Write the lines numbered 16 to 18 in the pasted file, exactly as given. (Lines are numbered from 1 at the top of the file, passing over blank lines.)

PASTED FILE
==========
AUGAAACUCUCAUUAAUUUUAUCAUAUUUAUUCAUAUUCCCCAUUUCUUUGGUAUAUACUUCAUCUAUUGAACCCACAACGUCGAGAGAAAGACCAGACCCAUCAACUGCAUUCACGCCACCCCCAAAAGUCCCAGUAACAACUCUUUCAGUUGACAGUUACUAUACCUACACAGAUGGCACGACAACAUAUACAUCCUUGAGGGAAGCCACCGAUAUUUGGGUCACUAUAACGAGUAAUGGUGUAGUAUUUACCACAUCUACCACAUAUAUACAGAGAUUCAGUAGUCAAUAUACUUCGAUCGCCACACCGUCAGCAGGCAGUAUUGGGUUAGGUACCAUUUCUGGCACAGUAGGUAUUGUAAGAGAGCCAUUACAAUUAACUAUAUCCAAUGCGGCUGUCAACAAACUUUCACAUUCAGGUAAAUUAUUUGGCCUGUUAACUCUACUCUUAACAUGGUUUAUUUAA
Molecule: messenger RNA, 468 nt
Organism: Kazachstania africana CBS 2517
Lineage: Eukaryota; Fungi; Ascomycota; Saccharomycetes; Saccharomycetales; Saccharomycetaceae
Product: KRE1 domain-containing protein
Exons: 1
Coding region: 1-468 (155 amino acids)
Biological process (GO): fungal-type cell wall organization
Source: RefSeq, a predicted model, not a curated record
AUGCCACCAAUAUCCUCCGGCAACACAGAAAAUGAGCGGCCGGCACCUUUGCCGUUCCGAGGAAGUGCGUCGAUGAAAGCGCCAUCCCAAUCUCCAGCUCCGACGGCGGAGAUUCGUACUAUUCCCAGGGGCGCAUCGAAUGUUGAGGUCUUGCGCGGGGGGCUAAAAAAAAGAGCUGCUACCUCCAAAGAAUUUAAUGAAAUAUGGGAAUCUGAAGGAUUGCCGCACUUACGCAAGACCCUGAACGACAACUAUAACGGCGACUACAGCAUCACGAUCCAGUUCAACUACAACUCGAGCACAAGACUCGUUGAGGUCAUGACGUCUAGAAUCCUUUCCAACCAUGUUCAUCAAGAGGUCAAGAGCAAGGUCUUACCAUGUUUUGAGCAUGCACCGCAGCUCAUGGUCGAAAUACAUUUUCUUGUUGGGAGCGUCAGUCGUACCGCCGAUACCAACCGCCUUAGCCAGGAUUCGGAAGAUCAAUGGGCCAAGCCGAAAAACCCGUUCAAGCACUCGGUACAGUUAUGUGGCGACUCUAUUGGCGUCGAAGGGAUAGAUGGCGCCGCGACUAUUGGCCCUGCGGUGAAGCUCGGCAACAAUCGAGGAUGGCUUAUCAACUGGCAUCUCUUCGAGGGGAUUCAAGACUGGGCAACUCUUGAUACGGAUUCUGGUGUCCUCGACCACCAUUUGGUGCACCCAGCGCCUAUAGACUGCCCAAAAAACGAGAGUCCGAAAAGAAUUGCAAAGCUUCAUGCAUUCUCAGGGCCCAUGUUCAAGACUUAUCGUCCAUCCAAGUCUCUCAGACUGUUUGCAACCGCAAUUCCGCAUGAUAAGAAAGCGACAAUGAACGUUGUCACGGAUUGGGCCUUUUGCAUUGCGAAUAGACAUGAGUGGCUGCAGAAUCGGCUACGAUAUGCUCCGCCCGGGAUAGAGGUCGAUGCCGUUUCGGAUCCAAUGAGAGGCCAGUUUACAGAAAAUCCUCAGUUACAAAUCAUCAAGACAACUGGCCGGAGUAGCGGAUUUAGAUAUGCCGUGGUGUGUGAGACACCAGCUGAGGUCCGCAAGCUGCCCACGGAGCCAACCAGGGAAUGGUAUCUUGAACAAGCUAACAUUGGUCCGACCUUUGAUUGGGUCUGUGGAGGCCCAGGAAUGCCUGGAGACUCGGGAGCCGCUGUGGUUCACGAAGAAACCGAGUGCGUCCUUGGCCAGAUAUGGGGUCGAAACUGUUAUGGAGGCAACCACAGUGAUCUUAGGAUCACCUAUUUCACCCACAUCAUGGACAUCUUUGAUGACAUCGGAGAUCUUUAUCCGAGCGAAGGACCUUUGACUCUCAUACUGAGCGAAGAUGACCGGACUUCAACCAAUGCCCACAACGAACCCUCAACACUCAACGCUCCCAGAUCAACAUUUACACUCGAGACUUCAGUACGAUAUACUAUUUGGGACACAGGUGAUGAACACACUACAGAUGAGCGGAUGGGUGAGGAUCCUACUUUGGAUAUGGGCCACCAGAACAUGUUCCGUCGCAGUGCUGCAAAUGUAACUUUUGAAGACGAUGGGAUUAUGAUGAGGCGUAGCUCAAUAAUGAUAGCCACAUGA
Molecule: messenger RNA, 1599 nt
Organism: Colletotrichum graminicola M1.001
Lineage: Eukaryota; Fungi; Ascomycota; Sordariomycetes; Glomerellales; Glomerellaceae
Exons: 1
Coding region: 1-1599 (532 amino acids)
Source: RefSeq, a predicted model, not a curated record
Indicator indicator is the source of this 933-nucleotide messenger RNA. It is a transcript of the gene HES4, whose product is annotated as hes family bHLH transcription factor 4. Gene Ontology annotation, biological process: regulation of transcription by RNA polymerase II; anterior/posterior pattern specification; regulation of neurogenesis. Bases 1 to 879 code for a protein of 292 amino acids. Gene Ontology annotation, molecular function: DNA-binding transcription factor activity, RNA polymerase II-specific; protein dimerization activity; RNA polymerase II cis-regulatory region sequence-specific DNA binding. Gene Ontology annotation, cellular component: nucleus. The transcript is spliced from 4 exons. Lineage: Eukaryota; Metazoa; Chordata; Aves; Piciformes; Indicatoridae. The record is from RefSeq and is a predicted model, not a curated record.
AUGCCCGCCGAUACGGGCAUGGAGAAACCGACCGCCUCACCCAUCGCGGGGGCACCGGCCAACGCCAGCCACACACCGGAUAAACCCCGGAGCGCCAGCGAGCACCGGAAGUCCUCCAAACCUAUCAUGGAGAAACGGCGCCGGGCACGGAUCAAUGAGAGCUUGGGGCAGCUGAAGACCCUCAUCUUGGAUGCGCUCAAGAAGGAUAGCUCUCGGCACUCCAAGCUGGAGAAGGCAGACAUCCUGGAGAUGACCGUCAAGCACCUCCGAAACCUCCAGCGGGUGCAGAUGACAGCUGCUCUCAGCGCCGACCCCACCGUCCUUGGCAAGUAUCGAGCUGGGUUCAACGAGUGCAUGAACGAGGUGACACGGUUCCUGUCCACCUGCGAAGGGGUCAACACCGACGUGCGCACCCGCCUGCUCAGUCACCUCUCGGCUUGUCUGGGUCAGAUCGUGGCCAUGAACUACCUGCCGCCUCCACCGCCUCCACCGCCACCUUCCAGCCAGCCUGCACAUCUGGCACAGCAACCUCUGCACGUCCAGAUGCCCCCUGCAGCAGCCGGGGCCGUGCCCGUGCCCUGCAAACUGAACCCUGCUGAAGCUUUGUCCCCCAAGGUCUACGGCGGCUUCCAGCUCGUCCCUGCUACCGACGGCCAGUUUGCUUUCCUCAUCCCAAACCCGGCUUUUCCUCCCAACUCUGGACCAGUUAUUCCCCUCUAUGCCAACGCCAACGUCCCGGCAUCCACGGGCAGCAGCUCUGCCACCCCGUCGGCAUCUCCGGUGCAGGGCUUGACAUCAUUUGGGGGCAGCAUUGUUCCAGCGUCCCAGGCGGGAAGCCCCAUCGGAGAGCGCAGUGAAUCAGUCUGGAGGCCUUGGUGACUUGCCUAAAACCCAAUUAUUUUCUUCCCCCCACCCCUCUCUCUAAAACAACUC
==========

Source: RefSeq, a predicted model, not a curated record
Indicator indicator is the source of this 933-nucleotide messenger RNA. It is a transcript of the gene HES4, whose product is annotated as hes family bHLH transcription factor 4. Gene Ontology annotation, biological process: regulation of transcription by RNA polymerase II; anterior/posterior pattern specification; regulation of neurogenesis. Bases 1 to 879 code for a protein of 292 amino acids. Gene Ontology annotation, molecular function: DNA-binding transcription factor activity, RNA polymerase II-specific; protein dimerization activity; RNA polymerase II cis-regulatory region sequence-specific DNA binding. Gene Ontology annotation, cellular component: nucleus. The transcript is spliced from 4 exons. Lineage: Eukaryota; Metazoa; Chordata; Aves; Piciformes; Indicatoridae. The record is from RefSeq and is a predicted model, not a curated record.
AUGCCCGCCGAUACGGGCAUGGAGAAACCGACCGCCUCACCCAUCGCGGGGGCACCGGCCAACGCCAGCCACACACCGGAUAAACCCCGGAGCGCCAGCGAGCACCGGAAGUCCUCCAAACCUAUCAUGGAGAAACGGCGCCGGGCACGGAUCAAUGAGAGCUUGGGGCAGCUGAAGACCCUCAUCUUGGAUGCGCUCAAGAAGGAUAGCUCUCGGCACUCCAAGCUGGAGAAGGCAGACAUCCUGGAGAUGACCGUCAAGCACCUCCGAAACCUCCAGCGGGUGCAGAUGACAGCUGCUCUCAGCGCCGACCCCACCGUCCUUGGCAAGUAUCGAGCUGGGUUCAACGAGUGCAUGAACGAGGUGACACGGUUCCUGUCCACCUGCGAAGGGGUCAACACCGACGUGCGCACCCGCCUGCUCAGUCACCUCUCGGCUUGUCUGGGUCAGAUCGUGGCCAUGAACUACCUGCCGCCUCCACCGCCUCCACCGCCACCUUCCAGCCAGCCUGCACAUCUGGCACAGCAACCUCUGCACGUCCAGAUGCCCCCUGCAGCAGCCGGGGCCGUGCCCGUGCCCUGCAAACUGAACCCUGCUGAAGCUUUGUCCCCCAAGGUCUACGGCGGCUUCCAGCUCGUCCCUGCUACCGACGGCCAGUUUGCUUUCCUCAUCCCAAACCCGGCUUUUCCUCCCAACUCUGGACCAGUUAUUCCCCUCUAUGCCAACGCCAACGUCCCGGCAUCCACGGGCAGCAGCUCUGCCACCCCGUCGGCAUCUCCGGUGCAGGGCUUGACAUCAUUUGGGGGCAGCAUUGUUCCAGCGUCCCAGGCGGGAAGCCCCAUCGGAGAGCGCAGUGAAUCAGUCUGGAGGCCUUGGUGACUUGCCUAAAACCCAAUUAUUUUCUUCCCCCCACCCCUCUCUCUAAAACAACUC